All good things are that way, I suppose: love, joy, peace and happiness of both the material and the intangible sorts are seldom given their full respect when we have them, only mourned when we think they’re out of reach. And from what I’ve seen and heard from friends around the globe, this is a foolishness that transcends all sorts of differences and makes us more alike than not–no matter what our location or culture, our beliefs, hopes, and dreams, we all seem to wrestle with this forgetfulness about appreciating what we truly value that we have right in hand, and the minute that we suspect we’re about to lose our grip on those gifts, whether by our own decisions or perforce, we get panicked and become certain that it’s a sign of apocalypse. Surely the end of our own self and sanity, and very possibly, that of the universe as we know it.

I come across that box of yet-to-be-scanned photos from time to time and get a pang: what if I don’t get back to this project before I forget who’s in the photos, where the shots were taken, before the images are too faded or decayed to be rescued at all?

Well, what if?

Honestly, I know full well that it will not be the end of the world. Not even the end of my pleasurable revisiting of those memories–what’s more significant than retaining this flimsy physical repository of memories is whether I use the versions of them in my head and heart while they last (head, heart and memories, all three). Once gone from there, the data held in a picture is only cold, meaningless data after all, and it never contained the warmth and soul of anyone or anything depicted in it. It’s merely a shadow-play version of the husk that is my human form and will no longer be me when I die.

So I’ll keep leafing through these paper and binary mementos of mine as long as it pleases me to do so, remembering mostly that what is seen therein is always more beautifully carried inside me. Change is indeed the only constant, yet in the photograph my great-uncle took, probably in Johannesburg, around sixty years ago there is the ephemeral prototype of the photograph I took in New York less than a decade ago. Fifty years or fifty centuries, it matters little if we learn to respect and rejoice in what remains true and crosses the boundaries of place and time as long as we keep it alive inwardly.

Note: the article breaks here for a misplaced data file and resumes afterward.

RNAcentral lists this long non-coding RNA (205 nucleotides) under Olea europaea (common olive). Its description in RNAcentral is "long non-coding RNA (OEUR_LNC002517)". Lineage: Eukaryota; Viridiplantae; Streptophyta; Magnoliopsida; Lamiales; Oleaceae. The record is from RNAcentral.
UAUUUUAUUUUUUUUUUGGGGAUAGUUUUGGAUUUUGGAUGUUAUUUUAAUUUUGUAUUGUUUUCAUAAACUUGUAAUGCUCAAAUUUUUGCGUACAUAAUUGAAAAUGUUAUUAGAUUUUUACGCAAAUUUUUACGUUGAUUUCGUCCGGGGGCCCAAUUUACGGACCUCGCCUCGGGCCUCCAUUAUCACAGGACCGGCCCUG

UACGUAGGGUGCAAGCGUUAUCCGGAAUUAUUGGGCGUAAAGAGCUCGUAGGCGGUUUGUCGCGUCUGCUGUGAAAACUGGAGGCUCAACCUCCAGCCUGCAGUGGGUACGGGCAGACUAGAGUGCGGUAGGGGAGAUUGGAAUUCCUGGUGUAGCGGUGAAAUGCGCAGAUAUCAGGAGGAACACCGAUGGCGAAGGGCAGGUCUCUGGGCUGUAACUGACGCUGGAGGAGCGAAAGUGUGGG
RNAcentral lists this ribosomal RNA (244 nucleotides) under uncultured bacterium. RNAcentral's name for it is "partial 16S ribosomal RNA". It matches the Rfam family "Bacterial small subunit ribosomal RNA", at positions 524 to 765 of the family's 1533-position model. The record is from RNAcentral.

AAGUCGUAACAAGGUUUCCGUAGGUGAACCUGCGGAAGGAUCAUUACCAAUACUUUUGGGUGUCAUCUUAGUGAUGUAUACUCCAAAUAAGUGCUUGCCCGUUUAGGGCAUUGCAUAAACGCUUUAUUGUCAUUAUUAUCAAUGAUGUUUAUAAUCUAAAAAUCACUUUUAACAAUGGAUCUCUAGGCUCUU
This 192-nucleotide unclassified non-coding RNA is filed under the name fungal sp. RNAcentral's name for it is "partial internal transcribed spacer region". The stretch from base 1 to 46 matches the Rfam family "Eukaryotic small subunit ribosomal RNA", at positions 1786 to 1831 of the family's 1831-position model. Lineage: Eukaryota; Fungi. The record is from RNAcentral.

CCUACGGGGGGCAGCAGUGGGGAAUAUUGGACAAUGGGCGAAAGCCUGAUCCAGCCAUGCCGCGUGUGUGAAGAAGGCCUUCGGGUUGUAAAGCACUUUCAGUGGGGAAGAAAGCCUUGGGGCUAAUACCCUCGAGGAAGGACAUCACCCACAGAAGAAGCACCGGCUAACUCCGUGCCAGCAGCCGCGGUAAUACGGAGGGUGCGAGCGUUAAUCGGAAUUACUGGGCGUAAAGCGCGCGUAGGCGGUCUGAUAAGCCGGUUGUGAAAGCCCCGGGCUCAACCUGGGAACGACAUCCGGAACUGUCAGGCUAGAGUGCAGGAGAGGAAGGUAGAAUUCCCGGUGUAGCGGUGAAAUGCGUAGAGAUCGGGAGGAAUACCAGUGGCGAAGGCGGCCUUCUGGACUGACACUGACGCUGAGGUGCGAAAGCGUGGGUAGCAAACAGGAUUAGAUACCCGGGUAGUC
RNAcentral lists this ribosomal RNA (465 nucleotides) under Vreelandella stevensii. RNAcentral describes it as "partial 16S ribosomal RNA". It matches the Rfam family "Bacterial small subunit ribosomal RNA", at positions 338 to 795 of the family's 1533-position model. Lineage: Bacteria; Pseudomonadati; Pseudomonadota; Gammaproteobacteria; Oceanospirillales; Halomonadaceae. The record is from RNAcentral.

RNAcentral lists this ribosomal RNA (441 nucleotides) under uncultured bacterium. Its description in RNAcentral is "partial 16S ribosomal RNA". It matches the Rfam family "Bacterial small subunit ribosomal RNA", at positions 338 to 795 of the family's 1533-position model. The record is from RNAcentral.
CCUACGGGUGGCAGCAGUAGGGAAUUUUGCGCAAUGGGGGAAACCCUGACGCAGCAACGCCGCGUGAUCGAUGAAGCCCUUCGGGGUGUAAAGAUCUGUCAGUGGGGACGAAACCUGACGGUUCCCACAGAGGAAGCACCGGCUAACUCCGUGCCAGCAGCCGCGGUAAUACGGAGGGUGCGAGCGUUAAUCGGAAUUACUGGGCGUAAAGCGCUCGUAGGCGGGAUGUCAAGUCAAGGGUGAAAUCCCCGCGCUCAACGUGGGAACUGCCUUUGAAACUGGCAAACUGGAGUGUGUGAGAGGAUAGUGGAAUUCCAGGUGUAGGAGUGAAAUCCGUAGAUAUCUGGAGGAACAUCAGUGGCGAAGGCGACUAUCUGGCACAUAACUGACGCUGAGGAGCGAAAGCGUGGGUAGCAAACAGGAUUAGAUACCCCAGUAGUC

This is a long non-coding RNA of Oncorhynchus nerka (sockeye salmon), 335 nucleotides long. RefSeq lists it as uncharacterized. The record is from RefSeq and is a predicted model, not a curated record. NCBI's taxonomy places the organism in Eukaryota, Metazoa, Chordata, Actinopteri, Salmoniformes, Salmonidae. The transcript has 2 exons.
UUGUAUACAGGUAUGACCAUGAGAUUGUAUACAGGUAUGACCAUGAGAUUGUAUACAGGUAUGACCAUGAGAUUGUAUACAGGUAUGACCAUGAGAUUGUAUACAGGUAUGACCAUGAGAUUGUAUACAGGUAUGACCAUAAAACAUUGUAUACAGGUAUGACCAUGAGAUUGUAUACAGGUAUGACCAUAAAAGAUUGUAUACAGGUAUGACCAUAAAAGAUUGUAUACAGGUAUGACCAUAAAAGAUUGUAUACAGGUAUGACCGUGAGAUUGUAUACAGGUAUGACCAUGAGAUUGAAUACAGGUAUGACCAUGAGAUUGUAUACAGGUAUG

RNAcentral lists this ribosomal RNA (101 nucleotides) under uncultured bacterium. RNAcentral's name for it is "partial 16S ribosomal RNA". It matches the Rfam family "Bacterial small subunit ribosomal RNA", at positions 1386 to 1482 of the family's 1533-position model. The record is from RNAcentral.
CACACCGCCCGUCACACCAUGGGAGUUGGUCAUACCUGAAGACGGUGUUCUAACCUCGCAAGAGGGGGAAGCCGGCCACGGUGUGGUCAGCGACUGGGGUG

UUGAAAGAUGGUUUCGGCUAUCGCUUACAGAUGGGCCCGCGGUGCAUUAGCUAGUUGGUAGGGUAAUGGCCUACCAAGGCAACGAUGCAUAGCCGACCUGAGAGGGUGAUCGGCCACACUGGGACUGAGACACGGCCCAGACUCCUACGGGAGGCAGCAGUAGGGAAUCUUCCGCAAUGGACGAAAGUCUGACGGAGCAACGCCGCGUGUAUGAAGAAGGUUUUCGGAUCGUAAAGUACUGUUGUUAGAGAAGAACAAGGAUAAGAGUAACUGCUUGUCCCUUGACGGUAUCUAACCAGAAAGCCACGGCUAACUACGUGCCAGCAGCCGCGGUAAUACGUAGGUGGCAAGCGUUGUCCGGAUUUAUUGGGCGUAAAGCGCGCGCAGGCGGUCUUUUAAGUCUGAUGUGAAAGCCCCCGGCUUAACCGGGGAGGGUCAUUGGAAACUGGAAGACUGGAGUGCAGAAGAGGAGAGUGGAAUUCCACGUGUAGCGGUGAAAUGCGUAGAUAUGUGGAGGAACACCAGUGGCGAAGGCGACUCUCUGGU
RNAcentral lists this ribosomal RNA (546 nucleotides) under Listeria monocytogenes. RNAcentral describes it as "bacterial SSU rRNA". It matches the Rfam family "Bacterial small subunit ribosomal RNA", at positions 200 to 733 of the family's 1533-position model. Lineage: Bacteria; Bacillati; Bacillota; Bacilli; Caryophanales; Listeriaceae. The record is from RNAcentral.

photo

New York City lives in my own memory as much as in a physical place . . . its beauties, like all things loved and valued, lies in me, in others’ hearts, far more than in itself or any image we can conjure of it . . .

Matters of Perspective

 

photo

Stormy skies can bring destruction . . . or the rains of growth and promise . . .

I’ve said before, and in ever so many ways, I’m a firm believer that we all live our lives wearing our own very distinctive glasses. By that I’m not referring to the glass-half-full vs. glass-half-empty attitude–but that’s indeed part of the whole idea. It’s about how we see the world through our individual filters.

In a fairly concrete fashion, that means that the quality of my actual eyesight–my acuity, ability to detect and distinguish colors, textures, shapes, depth of field aided by stereo vision, and all of that sort of thing does, in fact, have a profound effect on my world view and how I experience my passage through it in life. As a longtime visual artist, I am dependent upon all of this stuff for my very sense of self.

But I’m also convinced that each of us has a life history that includes our adventures from birth to the present, our nurturing or lack thereof, our environment and resources and social contacts and political influences and educational progression, and that whole reality is so distinctive for each of us, right down to a cellular level, that I can’t quite imagine how even the closest of kin could possibly have identical points of view.